I got an MSP430 Launchpad in the mail a couple of days ago. So I’ve been playing with that the last couple of days. The first day I went through the tools on the wiki and grabbed both IDE’s and all the downloadable links I could. This had to be done on Windows since it’s the only platform they support. Being a Linux user 99% of the time, I wasn’t too pleased with this situation, so I investigated the tools available for Linux, and that’s what I did all of yesterday.

First, I searched the Arch Linux repos (including AUR) for MSP430 related tools. I used yaourt and searched for both msp & msp430. I compiled and installed the compiler, the C library, and two debuggers (more on this later.) After these were installed I grabbed the source to the temperature demo that comes preloaded on the chip. First thing I had to do was change the source in order for it to build with msp430-gcc. The changes were trivial and it didn’t take too long to get it compiled. What took me the longest time was trying to figure out if I needed to define what mcu I’m using. After a bit of research I fired up the debugger, erased the flash, reflashed, and did some light debugging.

Now, for how it’s done. The packages you’ll need are as follows: Updated 2012-06-13

binutils-msp430 2.21.1-2
gcc-msp430 4.6.3-1
msp430-gdb 7.2-3
msp430-libc 20120224-2
msp430mcu 20120406-2
mspdebug 0.8-1

If you’re using a distro other than Arch, it’s up to you to figure out how to get and/or build the programs from the source. If you’re using Arch, you can obviously use the AUR packages with ABS. If you’re an i686 user you can grab my prebuild binaries if you’d like from here1. Now that you have a toolchain, I’m sure you’ll want to test it out. Grab my “ported” temperature demo2.UPDATE The here’s the fully working temperature demo.3 You’ll need to extract it, fire up a terminal, go to that directory, and you should be able to just type: make. If all goes as planned, you’ll have main.elf in that directory. So now it’s time to try it out, fire up mspdebug. The actual command is probably going to be something like: sudo mspdebug -R. Permissions on the USB device might be able to be changed so it doesn’t have to be run as root, but for me and for now, it’s not too big of a deal. You should get something like this:

sudo mspdebug -R
MSPDebug version 0.8 - debugging tool for MSP430 MCUs
Copyright (C) 2009, 2010 Daniel Beer daniel@tortek.co.nz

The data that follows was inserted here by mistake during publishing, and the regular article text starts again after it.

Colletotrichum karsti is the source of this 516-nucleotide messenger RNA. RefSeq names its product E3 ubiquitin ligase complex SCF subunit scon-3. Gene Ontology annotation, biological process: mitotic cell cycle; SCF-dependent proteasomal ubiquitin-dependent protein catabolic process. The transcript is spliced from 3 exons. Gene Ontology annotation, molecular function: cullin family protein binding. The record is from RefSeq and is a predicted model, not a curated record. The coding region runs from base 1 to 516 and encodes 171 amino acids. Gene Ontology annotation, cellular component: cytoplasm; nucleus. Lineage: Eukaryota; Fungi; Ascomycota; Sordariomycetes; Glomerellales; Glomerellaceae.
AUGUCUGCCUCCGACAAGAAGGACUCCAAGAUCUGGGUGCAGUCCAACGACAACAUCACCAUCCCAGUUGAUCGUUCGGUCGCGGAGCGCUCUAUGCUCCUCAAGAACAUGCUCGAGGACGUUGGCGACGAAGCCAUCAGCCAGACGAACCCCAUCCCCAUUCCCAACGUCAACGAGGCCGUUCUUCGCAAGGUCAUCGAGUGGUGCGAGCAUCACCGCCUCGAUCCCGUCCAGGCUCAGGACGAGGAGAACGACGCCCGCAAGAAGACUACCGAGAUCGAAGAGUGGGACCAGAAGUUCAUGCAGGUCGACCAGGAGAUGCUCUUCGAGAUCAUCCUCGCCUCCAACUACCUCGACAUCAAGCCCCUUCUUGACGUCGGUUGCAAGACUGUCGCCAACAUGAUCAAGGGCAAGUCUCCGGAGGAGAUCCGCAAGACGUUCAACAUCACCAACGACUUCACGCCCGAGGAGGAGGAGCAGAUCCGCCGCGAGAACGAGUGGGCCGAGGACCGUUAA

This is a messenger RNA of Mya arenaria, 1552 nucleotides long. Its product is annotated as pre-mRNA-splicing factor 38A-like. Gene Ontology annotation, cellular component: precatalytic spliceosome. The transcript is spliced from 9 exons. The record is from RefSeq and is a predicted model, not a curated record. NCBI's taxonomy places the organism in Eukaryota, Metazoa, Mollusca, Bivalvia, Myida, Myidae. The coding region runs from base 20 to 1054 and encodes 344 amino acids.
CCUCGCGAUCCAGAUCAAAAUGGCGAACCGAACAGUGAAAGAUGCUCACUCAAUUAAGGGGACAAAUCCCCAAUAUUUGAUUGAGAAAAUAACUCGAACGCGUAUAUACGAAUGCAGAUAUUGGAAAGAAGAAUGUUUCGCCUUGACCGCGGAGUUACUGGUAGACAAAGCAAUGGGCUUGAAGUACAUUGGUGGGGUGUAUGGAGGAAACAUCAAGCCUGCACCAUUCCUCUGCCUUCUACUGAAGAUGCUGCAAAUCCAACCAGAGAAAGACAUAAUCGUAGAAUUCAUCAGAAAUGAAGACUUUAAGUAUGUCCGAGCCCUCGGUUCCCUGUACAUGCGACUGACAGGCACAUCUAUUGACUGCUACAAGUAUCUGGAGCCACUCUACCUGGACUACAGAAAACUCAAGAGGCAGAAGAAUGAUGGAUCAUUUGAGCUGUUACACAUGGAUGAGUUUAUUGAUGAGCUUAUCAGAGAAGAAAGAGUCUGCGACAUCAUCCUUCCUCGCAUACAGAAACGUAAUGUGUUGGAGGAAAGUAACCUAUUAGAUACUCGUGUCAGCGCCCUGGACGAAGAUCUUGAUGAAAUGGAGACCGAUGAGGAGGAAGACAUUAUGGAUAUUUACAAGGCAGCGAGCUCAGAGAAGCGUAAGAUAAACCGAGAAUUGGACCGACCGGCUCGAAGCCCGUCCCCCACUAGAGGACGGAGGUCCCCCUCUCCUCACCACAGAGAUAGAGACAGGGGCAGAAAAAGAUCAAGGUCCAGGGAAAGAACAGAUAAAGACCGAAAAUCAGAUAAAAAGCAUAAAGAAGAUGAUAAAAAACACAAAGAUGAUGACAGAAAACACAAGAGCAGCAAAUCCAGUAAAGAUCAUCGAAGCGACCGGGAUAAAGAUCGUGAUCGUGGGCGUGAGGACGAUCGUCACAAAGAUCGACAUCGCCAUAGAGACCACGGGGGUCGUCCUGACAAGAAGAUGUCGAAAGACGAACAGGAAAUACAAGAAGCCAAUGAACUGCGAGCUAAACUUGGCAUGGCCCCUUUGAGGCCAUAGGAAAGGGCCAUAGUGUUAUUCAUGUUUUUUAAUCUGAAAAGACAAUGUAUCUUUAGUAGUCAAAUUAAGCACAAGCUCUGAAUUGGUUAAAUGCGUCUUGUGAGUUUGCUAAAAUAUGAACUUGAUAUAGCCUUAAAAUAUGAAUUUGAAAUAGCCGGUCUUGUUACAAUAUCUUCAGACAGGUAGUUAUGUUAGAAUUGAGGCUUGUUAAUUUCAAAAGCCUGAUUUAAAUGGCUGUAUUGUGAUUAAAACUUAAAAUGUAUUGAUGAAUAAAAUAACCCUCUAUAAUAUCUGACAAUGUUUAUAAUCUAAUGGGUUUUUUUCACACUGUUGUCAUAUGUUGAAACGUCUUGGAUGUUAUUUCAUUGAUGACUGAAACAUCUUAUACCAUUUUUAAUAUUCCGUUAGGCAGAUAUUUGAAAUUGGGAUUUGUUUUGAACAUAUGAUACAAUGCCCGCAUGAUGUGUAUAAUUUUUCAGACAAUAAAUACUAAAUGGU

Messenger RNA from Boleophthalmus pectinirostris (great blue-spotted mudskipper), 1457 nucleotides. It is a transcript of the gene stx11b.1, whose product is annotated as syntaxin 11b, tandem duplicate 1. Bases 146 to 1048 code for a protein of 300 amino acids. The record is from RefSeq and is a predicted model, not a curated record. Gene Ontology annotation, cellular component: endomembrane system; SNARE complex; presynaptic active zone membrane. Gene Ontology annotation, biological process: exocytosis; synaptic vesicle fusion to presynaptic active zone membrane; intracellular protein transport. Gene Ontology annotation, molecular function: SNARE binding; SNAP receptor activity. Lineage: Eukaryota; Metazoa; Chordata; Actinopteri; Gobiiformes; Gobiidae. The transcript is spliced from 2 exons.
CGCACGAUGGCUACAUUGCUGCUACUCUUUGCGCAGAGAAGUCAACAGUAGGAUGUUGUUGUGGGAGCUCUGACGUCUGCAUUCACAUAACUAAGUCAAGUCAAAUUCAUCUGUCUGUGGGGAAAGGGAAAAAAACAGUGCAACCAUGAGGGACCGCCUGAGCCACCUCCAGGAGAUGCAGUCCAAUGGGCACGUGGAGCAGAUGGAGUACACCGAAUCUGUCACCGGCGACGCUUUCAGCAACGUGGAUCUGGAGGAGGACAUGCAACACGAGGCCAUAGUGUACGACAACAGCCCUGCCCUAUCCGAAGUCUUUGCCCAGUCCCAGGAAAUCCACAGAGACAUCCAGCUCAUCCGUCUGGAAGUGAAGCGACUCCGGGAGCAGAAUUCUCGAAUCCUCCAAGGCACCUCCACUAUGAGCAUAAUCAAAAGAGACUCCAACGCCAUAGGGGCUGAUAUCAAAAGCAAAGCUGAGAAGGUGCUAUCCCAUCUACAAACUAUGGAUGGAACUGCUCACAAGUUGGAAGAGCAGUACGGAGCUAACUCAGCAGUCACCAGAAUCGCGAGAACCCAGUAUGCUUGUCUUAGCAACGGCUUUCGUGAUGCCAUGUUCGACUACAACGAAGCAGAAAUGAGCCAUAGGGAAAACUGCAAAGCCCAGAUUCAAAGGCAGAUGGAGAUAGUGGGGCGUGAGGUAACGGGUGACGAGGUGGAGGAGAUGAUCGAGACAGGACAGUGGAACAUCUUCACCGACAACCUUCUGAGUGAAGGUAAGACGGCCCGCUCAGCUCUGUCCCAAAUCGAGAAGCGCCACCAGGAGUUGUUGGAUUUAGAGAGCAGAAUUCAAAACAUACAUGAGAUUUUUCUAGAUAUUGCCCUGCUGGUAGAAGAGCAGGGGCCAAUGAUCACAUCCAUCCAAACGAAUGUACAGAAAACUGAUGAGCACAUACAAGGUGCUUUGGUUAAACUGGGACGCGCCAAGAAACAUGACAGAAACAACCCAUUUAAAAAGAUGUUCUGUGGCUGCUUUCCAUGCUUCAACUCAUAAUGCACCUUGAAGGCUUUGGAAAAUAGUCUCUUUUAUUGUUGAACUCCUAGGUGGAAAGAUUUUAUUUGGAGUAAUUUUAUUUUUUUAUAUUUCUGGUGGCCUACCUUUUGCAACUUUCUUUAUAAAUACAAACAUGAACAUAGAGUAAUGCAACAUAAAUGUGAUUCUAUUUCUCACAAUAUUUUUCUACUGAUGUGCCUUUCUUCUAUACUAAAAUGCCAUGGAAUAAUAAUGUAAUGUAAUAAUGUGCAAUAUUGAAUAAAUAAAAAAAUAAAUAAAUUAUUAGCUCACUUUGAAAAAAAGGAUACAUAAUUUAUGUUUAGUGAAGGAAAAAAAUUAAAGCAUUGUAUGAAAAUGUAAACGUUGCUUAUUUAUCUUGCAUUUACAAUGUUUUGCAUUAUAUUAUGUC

This is free software; see the source for copying conditions.  There is NO
Trying to open interface 1 on 027
FET protocol version is 30066536
Configured for Spy-Bi-Wire
Set Vcc: 3000 mV
Device ID: 0xf201
Device: MSP430F2013
Code memory starts at 0xf800
Available commands:
    =        erase    hexout   mw       read     run      sym
    cgraph   gdb      isearch  opt      regs     set
    dis      help     md       prog     reset    step
Available options:
Type "help topic" for more information.
Press Ctrl+D to quit.

You’re now ready to do some damage!. First, let’s just erase the flash. Just type: erase.

(mspdebug) erase

If you’d like to check that the flash is indeed erased, try this:

(mspdebug) dis 0xf800 2048
    f800: ff ff ff ff         AND.B   @R15+,           0xffff(R15)
    f804: ff ff ff ff         AND.B   @R15+,           0xffff(R15)
    f808: ff ff ff ff         AND.B   @R15+,           0xffff(R15)
    fff4: ff ff ff ff         AND.B   @R15+,           0xffff(R15)
    fff8: ff ff ff ff         AND.B   @R15+,           0xffff(R15)
    fffc: ff ff ff ff         AND.B   @R15+,           0xffff(R15)

As you can see, the entire 2kb of flash is erased. So, now that it’s all gone, and the original demo lights turned off (because the program that was running was toasted) we’ll want to load our built program into flash:

(mspdebug) prog main.elf
Writing 128 bytes to fc00...
Writing 128 bytes to fc80...
Writing 128 bytes to fd00...
Writing 128 bytes to fd80...
Writing 128 bytes to fe00...
Writing   8 bytes to fe80...
Writing  32 bytes to ffe0...

As you can see, erasing the first time was most likely not needed. Now we’re ready to fire up GDB:

(mspdebug) gdb
Bound to port 2000. Now waiting for connection...

At this point you’ll want to fire up another terminal, browse back to the source directory, and do:

msp430-gdb main.elf
GNU gdb (GDB) 7.0.1
Copyright (C) 2009 Free Software Foundation, Inc.
License GPLv3+: GNU GPL version 3 or later http://gnu.org/licenses/gpl.html
This is free software: you are free to change and redistribute it.
There is NO WARRANTY, to the extent permitted by law.  Type "show copying"
and "show warranty" for details.
This GDB was configured as "--host=i686-pc-linux-gnu --target=msp430".
For bug reporting instructions, please see:
Reading symbols from /home/harley/Source/msp430/MSP-EXP430G2-Launchpad/main.elf...done.
(gdb) target remote localhost:2000
Remote debugging using localhost:2000
0x0000fc00 in _reset_vector__ ()

Basically, start up msp430-gdb with main.elf, set the target to a remote machine (in this case localhost at port 2000), and msp430-gdb and mspdebug do some magic, and you’re ready to start debugging. Since you’re debugging a remote target, remember you “continue” instead of “run.”

There you have it, you should be in pretty good shape to start experimenting with the MSP430 Launchpad on Linux.

Addendum: Big thanks to Henry von Tresckow (hvontres) who fixed the temperature demo to fully work with mspgcc. I’m yet to test it, but his changes look convincing enough. I’ve tested the changes and they seem to work fine. Here’s the [updated temperature demo][3] (updated 2012-06-13.)

Update: Added msp430mcu as a required package. Thanks Frankie Robertson for pointing that out in the comments. 🙂

  1. broken link ↩︎

  2. broken link ↩︎

  3. broken link ↩︎